Ask Western immigrants when they moved to Israel and they can probably tell you the exact date, down to the hour the plane touched down at Ben-Gurion airport and their new lives as Israeli citizens began.
- Australian immigrants to get more help in their first year in Israel
- For new immigrants to Israel, a safe place to kvetch online
It has become fashionable in recent years for immigrants − especially younger ones who live in international hubs like Tel Aviv and Jerusalem − to celebrate this date, which many refer to as their “aliyahversary.” (“Aliyah,” which comes from the Hebrew root meaning “to ascend,” refers to when a Jew immigrates to Israel under the Law of Return.) Many immigrants surveyed by Haaretz say they mark the occasion, often by hitting the local pub with friends. Some, like Samuel Green, have found more creative ways to do so.
“I have a big Mizrahi dance party in my flat in Tel Aviv,” says Green, who immigrated from London on June 21, 2010. “We play the greatest of the Mizrahi canon, as well as more modern stuff. It’s very festive.” (Perhaps too festive: his parties have been shut down the past two years by police responding to noise complaints, Green admits.)
Immigrants should celebrate their aliyahversaries, and with gusto, Green argues, because a successful aliyah is a real achievement, in light of the hurdles that immigrants face upon arrival.
“Moving from one country to another is not the easiest thing to do, and perhaps because of the ideological baggage that comes with aliyah, it’s even harder for [immigrants to Israel] to make it,” Green says. “So I feel like I should celebrate every year that I’m here.”
Last month, Joel Haber marked his fourth aliyahversary and his 42nd birthday, which happen to be a week apart, in the company of dozens of friends at a bar in Jerusalem. The joint celebration was meaningful, he says, because he feels like he was reborn when he landed in Israel.
“This is a new life for me,” says Haber, a former screenwriter from New Jersey who now works as a licensed tour guide and goes by the nickname “Fun Joel.”
“My decision to move to Israel was one of the best I’ve ever made. What better thing is there to celebrate than that?”
While several recent immigrants spoke of their aliyahversary as just another excuse to have a party, there are those for whom it resonates a little deeper.
Maya Dolgin, a 24-year-old native of Long Island, says that August 23 − the day that she became an Israeli citizen in 2010 − represents “an occasion to reflect on the past year and to celebrate the victories you’ve had,” as well as to set goals for the following year.
The aliyahversary phenomenon has really taken off, according to Rebecca Berger of the immigrant assistance organization Nefesh B’Nefesh.
“Over the years, we have found that [immigrants] like to mark their aliyah date in creative and meaningful ways,” says Berger. “Some even commemorate it by coming to our aliyah arrival ceremonies to welcome other fellow [immigrants] and relive the experience.”
Other popular ways to celebrate include eating out at a fancy restaurant, sponsoring kiddush at a synagogue and exploring the Land of Israel.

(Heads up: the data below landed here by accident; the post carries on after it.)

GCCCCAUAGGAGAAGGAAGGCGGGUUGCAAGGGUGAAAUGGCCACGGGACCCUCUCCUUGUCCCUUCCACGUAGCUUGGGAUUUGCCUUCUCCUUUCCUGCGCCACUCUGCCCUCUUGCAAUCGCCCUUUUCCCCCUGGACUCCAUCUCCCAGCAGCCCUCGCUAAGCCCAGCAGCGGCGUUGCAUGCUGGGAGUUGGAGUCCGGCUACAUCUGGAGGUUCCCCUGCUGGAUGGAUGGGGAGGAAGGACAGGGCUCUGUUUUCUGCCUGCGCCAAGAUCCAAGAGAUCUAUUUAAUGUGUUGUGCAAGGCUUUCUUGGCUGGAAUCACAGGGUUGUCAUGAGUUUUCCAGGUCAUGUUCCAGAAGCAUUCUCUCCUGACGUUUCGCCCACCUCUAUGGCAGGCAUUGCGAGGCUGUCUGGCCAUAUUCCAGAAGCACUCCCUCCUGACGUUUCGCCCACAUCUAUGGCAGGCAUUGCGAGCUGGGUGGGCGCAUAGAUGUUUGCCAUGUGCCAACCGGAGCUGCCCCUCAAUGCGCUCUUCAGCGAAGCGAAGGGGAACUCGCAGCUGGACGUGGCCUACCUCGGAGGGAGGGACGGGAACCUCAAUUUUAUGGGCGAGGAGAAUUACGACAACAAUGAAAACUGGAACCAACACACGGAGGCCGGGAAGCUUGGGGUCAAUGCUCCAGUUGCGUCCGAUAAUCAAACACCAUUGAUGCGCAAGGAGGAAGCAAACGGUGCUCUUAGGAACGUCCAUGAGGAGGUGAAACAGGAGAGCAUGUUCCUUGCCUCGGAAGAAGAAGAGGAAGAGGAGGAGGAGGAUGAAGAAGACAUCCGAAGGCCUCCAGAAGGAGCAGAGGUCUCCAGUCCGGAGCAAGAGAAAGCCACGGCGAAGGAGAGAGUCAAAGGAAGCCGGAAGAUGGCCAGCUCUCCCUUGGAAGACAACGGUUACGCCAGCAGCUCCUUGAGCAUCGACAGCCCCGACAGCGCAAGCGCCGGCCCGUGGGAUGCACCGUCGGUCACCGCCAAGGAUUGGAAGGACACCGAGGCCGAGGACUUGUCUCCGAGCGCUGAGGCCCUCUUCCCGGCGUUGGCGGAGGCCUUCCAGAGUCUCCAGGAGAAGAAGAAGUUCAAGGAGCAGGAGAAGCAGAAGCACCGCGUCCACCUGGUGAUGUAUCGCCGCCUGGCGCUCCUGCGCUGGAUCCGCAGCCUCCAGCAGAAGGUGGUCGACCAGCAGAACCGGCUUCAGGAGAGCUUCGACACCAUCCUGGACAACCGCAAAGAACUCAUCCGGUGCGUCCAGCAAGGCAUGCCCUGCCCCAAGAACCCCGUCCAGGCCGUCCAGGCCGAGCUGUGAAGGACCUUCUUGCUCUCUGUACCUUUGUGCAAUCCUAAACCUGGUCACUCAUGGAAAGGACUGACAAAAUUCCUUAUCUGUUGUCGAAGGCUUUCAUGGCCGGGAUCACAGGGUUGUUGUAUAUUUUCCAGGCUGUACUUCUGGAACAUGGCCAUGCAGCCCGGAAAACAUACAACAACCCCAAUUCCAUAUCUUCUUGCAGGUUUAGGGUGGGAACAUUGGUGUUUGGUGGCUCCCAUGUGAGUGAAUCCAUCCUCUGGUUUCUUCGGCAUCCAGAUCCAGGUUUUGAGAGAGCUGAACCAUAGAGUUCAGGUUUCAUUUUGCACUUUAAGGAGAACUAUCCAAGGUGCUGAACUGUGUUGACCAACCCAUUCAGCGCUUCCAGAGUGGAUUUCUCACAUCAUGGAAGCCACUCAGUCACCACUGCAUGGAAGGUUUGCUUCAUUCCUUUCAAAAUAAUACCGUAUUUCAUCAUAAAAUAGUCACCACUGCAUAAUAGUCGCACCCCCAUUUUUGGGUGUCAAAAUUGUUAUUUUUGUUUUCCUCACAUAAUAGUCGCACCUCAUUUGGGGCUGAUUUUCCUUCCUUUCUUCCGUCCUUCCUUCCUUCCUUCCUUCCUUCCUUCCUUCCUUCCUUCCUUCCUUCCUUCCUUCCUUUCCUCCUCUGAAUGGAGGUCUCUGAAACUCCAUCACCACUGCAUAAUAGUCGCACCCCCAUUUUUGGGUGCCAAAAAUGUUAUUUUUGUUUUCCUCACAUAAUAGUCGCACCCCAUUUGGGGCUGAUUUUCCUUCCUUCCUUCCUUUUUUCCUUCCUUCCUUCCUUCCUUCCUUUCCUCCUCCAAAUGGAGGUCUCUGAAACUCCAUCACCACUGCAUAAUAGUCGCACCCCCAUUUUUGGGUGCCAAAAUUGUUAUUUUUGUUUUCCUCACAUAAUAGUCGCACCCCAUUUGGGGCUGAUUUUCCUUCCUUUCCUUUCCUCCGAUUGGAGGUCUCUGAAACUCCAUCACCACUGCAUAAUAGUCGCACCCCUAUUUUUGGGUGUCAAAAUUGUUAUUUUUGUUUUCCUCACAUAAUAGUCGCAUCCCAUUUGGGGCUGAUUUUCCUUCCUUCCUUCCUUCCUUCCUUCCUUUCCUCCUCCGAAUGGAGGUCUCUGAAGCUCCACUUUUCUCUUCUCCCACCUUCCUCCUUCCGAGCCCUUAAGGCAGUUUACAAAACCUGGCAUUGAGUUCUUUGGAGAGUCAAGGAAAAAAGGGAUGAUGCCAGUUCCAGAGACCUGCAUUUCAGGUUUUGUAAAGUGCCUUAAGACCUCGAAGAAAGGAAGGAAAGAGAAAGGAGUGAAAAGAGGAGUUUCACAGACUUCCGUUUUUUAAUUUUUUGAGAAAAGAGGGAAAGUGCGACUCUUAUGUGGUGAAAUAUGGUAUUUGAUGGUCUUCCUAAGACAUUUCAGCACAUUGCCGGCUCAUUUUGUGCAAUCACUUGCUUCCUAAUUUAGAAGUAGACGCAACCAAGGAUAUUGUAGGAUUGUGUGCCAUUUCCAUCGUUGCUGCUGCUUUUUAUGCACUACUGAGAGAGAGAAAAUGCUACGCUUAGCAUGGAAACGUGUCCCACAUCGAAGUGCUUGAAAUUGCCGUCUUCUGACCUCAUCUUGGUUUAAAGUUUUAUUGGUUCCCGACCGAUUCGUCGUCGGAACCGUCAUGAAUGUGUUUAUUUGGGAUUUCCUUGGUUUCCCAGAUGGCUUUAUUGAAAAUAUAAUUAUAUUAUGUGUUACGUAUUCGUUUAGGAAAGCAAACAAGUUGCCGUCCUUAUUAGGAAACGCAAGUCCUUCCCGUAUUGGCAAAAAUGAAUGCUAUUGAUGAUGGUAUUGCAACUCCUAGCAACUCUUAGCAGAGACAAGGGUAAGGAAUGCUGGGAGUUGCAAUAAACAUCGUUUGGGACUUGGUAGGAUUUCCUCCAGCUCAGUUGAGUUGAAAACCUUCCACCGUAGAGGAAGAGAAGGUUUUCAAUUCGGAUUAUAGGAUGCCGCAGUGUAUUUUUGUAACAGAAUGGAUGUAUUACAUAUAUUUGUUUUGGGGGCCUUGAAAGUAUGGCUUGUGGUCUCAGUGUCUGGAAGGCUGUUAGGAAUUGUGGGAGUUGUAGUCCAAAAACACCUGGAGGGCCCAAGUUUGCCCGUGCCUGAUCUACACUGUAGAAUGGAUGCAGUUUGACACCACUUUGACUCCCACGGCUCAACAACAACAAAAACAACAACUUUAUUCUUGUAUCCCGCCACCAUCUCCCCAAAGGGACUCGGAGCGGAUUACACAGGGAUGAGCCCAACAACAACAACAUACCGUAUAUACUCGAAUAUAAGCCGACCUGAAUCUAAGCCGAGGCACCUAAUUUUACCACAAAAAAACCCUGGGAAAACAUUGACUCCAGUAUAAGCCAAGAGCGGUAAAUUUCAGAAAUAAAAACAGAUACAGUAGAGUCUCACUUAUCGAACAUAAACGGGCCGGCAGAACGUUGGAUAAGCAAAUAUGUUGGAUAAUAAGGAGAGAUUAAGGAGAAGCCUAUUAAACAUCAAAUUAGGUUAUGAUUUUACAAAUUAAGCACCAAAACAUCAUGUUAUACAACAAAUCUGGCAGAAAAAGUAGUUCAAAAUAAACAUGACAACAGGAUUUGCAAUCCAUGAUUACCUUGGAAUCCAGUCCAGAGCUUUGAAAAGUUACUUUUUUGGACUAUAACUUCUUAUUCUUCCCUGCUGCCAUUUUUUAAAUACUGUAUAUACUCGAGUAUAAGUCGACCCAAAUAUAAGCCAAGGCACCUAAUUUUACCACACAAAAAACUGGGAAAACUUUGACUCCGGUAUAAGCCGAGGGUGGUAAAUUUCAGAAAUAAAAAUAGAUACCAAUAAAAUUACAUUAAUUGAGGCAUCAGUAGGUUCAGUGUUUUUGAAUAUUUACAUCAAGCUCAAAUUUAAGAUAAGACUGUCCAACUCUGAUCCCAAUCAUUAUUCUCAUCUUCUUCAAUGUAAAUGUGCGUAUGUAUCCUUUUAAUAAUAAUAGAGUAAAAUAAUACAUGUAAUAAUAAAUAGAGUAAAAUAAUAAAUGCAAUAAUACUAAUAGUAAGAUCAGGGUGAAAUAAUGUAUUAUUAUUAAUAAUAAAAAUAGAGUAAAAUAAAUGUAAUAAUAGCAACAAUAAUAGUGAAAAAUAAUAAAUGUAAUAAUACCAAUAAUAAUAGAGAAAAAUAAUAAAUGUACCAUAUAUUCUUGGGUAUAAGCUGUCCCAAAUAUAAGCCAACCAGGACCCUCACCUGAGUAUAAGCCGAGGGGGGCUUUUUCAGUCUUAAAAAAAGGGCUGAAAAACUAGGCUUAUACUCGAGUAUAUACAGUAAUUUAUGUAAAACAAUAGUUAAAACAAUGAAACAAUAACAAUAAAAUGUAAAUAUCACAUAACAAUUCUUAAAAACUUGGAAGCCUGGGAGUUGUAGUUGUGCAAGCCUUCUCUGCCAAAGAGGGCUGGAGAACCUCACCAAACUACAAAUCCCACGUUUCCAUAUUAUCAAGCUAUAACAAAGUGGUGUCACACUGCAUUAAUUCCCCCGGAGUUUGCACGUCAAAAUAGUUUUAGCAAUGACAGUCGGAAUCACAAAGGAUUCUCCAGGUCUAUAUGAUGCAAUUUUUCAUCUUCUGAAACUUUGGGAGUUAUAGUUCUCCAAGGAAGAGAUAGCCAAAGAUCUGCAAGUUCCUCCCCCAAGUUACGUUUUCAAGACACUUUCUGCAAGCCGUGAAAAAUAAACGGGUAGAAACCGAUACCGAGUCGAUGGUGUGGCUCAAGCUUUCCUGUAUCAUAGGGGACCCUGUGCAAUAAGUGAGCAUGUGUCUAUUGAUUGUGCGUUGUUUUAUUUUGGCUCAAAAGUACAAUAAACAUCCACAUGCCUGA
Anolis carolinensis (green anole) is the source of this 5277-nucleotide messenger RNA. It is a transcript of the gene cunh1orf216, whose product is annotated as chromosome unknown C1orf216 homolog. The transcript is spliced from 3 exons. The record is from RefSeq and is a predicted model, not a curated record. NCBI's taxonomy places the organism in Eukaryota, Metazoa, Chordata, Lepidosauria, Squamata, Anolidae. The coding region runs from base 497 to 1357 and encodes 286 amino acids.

Chaim Ford marked his aliyahversary for three years in a row by taking weekend trips with friends he met on his aliyah flight from London and in Hebrew class at Ulpan Etzion in Jerusalem. They went whitewater rafting on the Jordan River one year and floated on the Dead Sea another year.
“We wanted to be able to see more of the country we’re now living in,” says the 34-year-old Ford. It has been hard to keep up that tradition since the friends got married and started families, he says, but the group did congregate last year for their fifth anniversary at a Jerusalem restaurant that they used to frequent as ulpan students.
Veteran immigrants also celebrate their aliyahversaries, though they tend to do so less frequently than more recent arrivals.
“I used to celebrate every year,” says Judy Ann Cohen, a native of Davenport, Iowa, who landed in Israel 42 years ago. “Then we got to 25 years and I said, enough, we’ll do it every five years.”
Cohen described one of her more memorable aliyahversary parties, which was held in her Jerusalem home in January 1991 and served as a reminder of what it truly means to be an Israeli living in a conflict-prone region.
“It was during the Gulf War and people came to the party with their gas masks,” Cohen recalls. “There was a siren that night, so we put on our gas masks and went up to our neighbor’s sealed room. That was interesting.”
Next week, New York native Sara Levavi will celebrate her third aliyahversary. The last two years she hosted dinner parties in her Tel Aviv apartment because “I feel like that’s more personal and intimate than going to a bar.” Now based in Haifa, the 27-year-old plans to make brunch for her friends, a group that includes other immigrants and native-born Israelis.
What do her Israeli friends think about the aliyahversary?
“They think it’s a funny idea,” Levavi says. “At the same time, I think that Israelis are always kind of impressed by people who make aliyah.”
As for whether or not it is customary to give gifts at an aliyahversary party, Levavi says: “People don’t know what the etiquette is. One year someone bought me a pair of mugs that are blue and white. It was thoughtful, but I don’t expect presents.”